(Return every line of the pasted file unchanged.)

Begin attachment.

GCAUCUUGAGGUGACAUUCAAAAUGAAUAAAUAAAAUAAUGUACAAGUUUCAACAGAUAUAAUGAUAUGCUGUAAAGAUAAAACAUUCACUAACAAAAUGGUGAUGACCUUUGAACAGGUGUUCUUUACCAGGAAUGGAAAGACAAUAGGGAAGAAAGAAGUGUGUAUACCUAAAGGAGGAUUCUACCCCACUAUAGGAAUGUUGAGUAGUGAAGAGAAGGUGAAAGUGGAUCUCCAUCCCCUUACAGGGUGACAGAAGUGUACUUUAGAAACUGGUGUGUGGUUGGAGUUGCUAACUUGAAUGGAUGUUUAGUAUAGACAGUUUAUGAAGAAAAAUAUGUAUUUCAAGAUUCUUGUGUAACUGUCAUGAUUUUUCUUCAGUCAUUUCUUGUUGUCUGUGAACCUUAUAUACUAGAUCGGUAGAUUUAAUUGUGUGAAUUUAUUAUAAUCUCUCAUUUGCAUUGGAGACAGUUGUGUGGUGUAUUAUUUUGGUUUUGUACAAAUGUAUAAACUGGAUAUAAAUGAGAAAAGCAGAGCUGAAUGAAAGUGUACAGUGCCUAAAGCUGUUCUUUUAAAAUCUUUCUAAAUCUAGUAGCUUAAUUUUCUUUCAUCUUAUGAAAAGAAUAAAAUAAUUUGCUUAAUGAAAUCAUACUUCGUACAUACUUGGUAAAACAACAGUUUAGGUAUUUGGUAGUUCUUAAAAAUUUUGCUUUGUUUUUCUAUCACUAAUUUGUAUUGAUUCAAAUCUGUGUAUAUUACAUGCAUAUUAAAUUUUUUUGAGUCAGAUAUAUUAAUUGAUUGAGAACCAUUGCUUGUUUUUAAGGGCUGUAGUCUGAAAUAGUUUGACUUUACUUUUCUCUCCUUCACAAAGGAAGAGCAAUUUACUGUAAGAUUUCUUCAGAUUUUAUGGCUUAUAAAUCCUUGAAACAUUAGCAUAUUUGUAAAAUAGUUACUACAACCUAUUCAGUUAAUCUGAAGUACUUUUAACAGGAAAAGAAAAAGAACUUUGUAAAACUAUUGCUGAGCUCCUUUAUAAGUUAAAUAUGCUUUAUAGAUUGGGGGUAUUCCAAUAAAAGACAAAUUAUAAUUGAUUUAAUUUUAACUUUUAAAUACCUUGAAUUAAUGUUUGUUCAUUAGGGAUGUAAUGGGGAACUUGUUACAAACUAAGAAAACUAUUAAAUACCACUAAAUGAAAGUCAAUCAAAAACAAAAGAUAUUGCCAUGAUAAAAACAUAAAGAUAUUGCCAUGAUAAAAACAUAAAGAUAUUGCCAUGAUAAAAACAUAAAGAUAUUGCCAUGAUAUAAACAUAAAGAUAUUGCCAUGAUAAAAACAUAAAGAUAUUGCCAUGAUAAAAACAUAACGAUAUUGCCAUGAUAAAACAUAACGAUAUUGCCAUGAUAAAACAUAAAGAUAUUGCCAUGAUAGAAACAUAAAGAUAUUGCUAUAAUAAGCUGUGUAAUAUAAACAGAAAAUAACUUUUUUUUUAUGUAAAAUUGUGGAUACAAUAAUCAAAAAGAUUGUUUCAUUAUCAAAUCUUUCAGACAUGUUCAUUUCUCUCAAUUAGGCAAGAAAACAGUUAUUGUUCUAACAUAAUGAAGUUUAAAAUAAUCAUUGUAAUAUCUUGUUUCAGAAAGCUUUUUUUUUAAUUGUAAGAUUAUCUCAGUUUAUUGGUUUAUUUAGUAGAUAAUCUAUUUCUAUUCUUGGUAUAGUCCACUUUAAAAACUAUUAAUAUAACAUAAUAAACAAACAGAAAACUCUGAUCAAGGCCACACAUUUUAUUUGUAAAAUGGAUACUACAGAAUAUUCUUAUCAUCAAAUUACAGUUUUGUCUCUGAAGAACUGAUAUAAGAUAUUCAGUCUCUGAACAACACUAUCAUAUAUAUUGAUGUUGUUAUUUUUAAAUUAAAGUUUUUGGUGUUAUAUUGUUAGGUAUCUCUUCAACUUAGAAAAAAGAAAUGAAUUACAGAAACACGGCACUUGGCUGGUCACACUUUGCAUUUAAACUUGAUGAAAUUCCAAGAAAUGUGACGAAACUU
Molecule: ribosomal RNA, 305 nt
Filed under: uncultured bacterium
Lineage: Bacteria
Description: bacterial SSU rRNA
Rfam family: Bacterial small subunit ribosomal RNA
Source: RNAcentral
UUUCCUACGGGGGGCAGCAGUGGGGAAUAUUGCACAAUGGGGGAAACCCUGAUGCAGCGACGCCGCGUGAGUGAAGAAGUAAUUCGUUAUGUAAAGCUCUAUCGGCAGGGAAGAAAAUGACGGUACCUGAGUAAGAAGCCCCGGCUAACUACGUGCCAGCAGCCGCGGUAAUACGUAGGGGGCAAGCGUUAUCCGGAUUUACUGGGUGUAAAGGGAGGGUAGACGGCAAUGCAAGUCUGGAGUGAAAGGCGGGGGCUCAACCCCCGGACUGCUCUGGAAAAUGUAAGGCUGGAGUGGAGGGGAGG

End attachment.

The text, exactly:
GCAUCUUGAGGUGACAUUCAAAAUGAAUAAAUAAAAUAAUGUACAAGUUUCAACAGAUAUAAUGAUAUGCUGUAAAGAUAAAACAUUCACUAACAAAAUGGUGAUGACCUUUGAACAGGUGUUCUUUACCAGGAAUGGAAAGACAAUAGGGAAGAAAGAAGUGUGUAUACCUAAAGGAGGAUUCUACCCCACUAUAGGAAUGUUGAGUAGUGAAGAGAAGGUGAAAGUGGAUCUCCAUCCCCUUACAGGGUGACAGAAGUGUACUUUAGAAACUGGUGUGUGGUUGGAGUUGCUAACUUGAAUGGAUGUUUAGUAUAGACAGUUUAUGAAGAAAAAUAUGUAUUUCAAGAUUCUUGUGUAACUGUCAUGAUUUUUCUUCAGUCAUUUCUUGUUGUCUGUGAACCUUAUAUACUAGAUCGGUAGAUUUAAUUGUGUGAAUUUAUUAUAAUCUCUCAUUUGCAUUGGAGACAGUUGUGUGGUGUAUUAUUUUGGUUUUGUACAAAUGUAUAAACUGGAUAUAAAUGAGAAAAGCAGAGCUGAAUGAAAGUGUACAGUGCCUAAAGCUGUUCUUUUAAAAUCUUUCUAAAUCUAGUAGCUUAAUUUUCUUUCAUCUUAUGAAAAGAAUAAAAUAAUUUGCUUAAUGAAAUCAUACUUCGUACAUACUUGGUAAAACAACAGUUUAGGUAUUUGGUAGUUCUUAAAAAUUUUGCUUUGUUUUUCUAUCACUAAUUUGUAUUGAUUCAAAUCUGUGUAUAUUACAUGCAUAUUAAAUUUUUUUGAGUCAGAUAUAUUAAUUGAUUGAGAACCAUUGCUUGUUUUUAAGGGCUGUAGUCUGAAAUAGUUUGACUUUACUUUUCUCUCCUUCACAAAGGAAGAGCAAUUUACUGUAAGAUUUCUUCAGAUUUUAUGGCUUAUAAAUCCUUGAAACAUUAGCAUAUUUGUAAAAUAGUUACUACAACCUAUUCAGUUAAUCUGAAGUACUUUUAACAGGAAAAGAAAAAGAACUUUGUAAAACUAUUGCUGAGCUCCUUUAUAAGUUAAAUAUGCUUUAUAGAUUGGGGGUAUUCCAAUAAAAGACAAAUUAUAAUUGAUUUAAUUUUAACUUUUAAAUACCUUGAAUUAAUGUUUGUUCAUUAGGGAUGUAAUGGGGAACUUGUUACAAACUAAGAAAACUAUUAAAUACCACUAAAUGAAAGUCAAUCAAAAACAAAAGAUAUUGCCAUGAUAAAAACAUAAAGAUAUUGCCAUGAUAAAAACAUAAAGAUAUUGCCAUGAUAAAAACAUAAAGAUAUUGCCAUGAUAUAAACAUAAAGAUAUUGCCAUGAUAAAAACAUAAAGAUAUUGCCAUGAUAAAAACAUAACGAUAUUGCCAUGAUAAAACAUAACGAUAUUGCCAUGAUAAAACAUAAAGAUAUUGCCAUGAUAGAAACAUAAAGAUAUUGCUAUAAUAAGCUGUGUAAUAUAAACAGAAAAUAACUUUUUUUUUAUGUAAAAUUGUGGAUACAAUAAUCAAAAAGAUUGUUUCAUUAUCAAAUCUUUCAGACAUGUUCAUUUCUCUCAAUUAGGCAAGAAAACAGUUAUUGUUCUAACAUAAUGAAGUUUAAAAUAAUCAUUGUAAUAUCUUGUUUCAGAAAGCUUUUUUUUUAAUUGUAAGAUUAUCUCAGUUUAUUGGUUUAUUUAGUAGAUAAUCUAUUUCUAUUCUUGGUAUAGUCCACUUUAAAAACUAUUAAUAUAACAUAAUAAACAAACAGAAAACUCUGAUCAAGGCCACACAUUUUAUUUGUAAAAUGGAUACUACAGAAUAUUCUUAUCAUCAAAUUACAGUUUUGUCUCUGAAGAACUGAUAUAAGAUAUUCAGUCUCUGAACAACACUAUCAUAUAUAUUGAUGUUGUUAUUUUUAAAUUAAAGUUUUUGGUGUUAUAUUGUUAGGUAUCUCUUCAACUUAGAAAAAAGAAAUGAAUUACAGAAACACGGCACUUGGCUGGUCACACUUUGCAUUUAAACUUGAUGAAAUUCCAAGAAAUGUGACGAAACUU
Molecule: ribosomal RNA, 305 nt
Filed under: uncultured bacterium
Lineage: Bacteria
Description: bacterial SSU rRNA
Rfam family: Bacterial small subunit ribosomal RNA
Source: RNAcentral
UUUCCUACGGGGGGCAGCAGUGGGGAAUAUUGCACAAUGGGGGAAACCCUGAUGCAGCGACGCCGCGUGAGUGAAGAAGUAAUUCGUUAUGUAAAGCUCUAUCGGCAGGGAAGAAAAUGACGGUACCUGAGUAAGAAGCCCCGGCUAACUACGUGCCAGCAGCCGCGGUAAUACGUAGGGGGCAAGCGUUAUCCGGAUUUACUGGGUGUAAAGGGAGGGUAGACGGCAAUGCAAGUCUGGAGUGAAAGGCGGGGGCUCAACCCCCGGACUGCUCUGGAAAAUGUAAGGCUGGAGUGGAGGGGAGG